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26 May 2005
26. May 2005 Commercial Aircraft

The A380: The future of flying


The 555-seat A380, revealed to the public at a ceremony in January and due to enter service in 2006, is the most advanced, spacious and efficient airliner yet produced. Launched in December 2000, the aircraft which Airbus sees as the “flagship of the 21st century” was designed in close collaboration with major airlines, airports and airworthiness authorities.

Combining the very latest technologies for materials, systems and industrial processes, the A380 meets the most stringent international certification requirements. It can carry 35 per cent more passengers than its closest rival and, with nearly 50 percent more floor space, the A380 enables airlines to deliver unparalleled comfort in every class and more open space for passengers to stretch their legs.

The A380 will provide passengers on major long-haul routes like London-Singapore and Los-Angeles-Sydney with a new way of flying.

The A380's efficiency and advanced technology result in 15-20 per cent lower seat-mile costs, while its range is 10 per cent greater than that of other large aircraft. The A380 Family starts from a baseline passenger aircraft with a capacity of 555 passengers in three classes, and a range of up to 15,000 km./8,000 nm. The freighter version, the A380F, will carry a payload of 150 tonnes (330,000 lbs) over 10,400 km./5,600nm.

With air travel expected to continue growing, the A380's ability to carry more passengers will help to ease congestion by transporting people without additional aircraft movements. Its significantly reduced noise and emissions levels will help to minimise its effects on the environment. Its new generation engines and advanced wing and undercarriage design mean the A380 will not only comply with today's noise limits but will be significantly quieter than its competitor, producing half as much noise on take-off.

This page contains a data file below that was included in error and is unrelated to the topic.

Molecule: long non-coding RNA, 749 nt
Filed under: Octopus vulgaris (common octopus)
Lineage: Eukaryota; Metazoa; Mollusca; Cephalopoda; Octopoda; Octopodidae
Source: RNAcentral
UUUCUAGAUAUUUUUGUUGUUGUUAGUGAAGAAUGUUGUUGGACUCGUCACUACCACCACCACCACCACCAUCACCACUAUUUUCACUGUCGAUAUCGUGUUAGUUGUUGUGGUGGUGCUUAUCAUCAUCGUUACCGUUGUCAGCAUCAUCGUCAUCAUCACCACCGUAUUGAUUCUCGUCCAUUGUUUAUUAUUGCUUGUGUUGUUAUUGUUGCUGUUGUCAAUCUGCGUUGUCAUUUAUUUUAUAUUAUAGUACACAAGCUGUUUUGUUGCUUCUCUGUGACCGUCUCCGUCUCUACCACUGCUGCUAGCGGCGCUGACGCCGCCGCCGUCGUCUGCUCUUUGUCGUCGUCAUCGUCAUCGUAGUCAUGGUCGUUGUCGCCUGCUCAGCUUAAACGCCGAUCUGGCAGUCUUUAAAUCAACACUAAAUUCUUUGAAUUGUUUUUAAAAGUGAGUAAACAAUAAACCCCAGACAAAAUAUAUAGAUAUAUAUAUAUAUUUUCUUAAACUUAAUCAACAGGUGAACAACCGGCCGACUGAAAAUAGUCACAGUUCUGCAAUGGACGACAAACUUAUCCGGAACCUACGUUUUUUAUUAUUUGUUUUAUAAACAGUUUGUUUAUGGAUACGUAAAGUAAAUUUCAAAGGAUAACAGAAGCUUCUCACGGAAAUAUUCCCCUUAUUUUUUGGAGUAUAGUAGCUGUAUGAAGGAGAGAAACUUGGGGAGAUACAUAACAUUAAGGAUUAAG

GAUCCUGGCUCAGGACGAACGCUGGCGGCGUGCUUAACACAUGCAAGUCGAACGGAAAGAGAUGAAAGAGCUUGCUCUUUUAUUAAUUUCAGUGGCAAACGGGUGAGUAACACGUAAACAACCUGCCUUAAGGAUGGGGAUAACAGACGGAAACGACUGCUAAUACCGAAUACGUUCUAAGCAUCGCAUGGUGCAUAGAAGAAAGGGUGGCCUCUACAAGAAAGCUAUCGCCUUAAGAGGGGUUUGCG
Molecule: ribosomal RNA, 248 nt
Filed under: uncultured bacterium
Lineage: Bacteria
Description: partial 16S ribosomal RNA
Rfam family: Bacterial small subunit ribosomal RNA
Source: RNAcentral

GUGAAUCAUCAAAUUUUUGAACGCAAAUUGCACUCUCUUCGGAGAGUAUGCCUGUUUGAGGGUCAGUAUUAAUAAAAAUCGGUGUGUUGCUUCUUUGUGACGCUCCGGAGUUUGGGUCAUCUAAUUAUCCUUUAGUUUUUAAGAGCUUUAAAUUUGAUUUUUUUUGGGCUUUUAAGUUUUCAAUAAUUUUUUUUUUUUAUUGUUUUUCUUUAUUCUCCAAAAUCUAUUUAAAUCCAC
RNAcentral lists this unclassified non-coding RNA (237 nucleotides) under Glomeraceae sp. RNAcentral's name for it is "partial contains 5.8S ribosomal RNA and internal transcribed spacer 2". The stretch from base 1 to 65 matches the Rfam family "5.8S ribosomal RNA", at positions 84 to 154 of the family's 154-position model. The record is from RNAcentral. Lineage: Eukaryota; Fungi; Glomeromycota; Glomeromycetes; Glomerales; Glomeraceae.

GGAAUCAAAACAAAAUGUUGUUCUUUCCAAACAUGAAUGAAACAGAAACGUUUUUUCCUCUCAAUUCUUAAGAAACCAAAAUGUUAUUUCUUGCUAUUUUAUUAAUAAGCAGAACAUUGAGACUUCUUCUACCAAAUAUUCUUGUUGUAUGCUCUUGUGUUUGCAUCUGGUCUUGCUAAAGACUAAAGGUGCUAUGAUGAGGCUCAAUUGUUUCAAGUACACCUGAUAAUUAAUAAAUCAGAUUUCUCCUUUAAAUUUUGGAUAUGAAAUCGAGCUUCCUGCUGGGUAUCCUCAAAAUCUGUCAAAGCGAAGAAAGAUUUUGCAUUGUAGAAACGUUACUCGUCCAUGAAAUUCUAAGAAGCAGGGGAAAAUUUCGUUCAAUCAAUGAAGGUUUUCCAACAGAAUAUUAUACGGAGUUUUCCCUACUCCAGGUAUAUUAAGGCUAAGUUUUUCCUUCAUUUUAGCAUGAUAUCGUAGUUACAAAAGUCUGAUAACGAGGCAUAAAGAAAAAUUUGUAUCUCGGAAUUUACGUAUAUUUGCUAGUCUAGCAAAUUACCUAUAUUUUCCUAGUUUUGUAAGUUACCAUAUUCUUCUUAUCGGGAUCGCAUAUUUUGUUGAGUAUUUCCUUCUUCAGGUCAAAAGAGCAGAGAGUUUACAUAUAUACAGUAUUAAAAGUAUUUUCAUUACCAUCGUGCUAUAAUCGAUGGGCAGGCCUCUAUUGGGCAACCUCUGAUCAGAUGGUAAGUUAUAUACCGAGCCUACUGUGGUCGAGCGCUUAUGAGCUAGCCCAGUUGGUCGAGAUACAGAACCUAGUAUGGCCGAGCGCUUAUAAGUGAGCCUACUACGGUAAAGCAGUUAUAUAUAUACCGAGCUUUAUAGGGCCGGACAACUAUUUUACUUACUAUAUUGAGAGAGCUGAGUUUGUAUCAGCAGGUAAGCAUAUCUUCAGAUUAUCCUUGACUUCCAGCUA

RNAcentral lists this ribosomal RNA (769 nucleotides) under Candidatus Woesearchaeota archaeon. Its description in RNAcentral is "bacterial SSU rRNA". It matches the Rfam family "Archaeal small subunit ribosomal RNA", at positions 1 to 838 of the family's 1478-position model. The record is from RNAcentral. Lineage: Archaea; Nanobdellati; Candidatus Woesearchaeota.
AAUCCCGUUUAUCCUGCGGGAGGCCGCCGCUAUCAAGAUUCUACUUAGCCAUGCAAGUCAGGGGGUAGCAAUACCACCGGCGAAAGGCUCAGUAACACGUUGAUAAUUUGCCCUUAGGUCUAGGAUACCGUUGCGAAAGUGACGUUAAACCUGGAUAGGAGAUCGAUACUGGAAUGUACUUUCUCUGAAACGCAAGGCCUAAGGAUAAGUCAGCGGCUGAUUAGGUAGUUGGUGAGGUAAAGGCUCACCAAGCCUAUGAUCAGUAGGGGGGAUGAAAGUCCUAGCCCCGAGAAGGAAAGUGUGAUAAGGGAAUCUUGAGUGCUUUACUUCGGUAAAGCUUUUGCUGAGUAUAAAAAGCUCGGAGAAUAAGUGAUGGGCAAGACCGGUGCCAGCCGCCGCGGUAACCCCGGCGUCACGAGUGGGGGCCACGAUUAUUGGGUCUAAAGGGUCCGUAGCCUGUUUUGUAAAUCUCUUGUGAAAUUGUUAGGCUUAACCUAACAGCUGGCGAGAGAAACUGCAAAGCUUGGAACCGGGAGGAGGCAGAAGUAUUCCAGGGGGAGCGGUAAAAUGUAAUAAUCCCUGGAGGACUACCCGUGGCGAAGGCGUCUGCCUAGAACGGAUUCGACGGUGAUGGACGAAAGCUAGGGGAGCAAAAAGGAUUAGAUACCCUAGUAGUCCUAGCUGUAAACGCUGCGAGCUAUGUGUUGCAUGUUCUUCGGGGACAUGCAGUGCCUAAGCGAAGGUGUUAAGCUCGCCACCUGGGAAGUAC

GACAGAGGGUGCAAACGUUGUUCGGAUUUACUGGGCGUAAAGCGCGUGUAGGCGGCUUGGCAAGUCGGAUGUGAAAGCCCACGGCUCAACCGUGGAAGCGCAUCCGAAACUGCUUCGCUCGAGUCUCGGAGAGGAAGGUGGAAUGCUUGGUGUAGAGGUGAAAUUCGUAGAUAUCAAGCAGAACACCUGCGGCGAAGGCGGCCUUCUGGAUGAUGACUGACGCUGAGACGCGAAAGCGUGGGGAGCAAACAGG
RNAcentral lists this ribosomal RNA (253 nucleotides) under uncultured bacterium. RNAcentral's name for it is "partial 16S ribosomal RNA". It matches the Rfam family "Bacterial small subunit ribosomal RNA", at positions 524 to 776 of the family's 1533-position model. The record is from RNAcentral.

The A380's high level of weight-saving composite materials helps make it a highly fuel-efficient aircraft - it burns 12 percent less fuel than its competitor, reducing exhaust emissions. Indeed, the A380 will be the first long-haul aircraft to consume less than three litres of fuel per passenger over 100 km, a rate comparable to an economical family car.

While offering all the advantages of a completely new design, the A380 will extend the benefits of Airbus family operational commonality to the very large aircraft sector. Thanks to the same cockpit layout, procedures and handling characteristics, pilots will be able to make the transition to the A380 from other Airbus fly-by-wire aircraft with minimal additional training.

Airbus designed the A380 in collaboration with some 60 major airports, ensuring airport compatibility and a smooth entry into service.

By the end of January 14 customers had announced firm orders and commitments for a total of 149 A380s, including 27 freighter versions.

As one Airbus customer put it: "The A380 is the future of flying."

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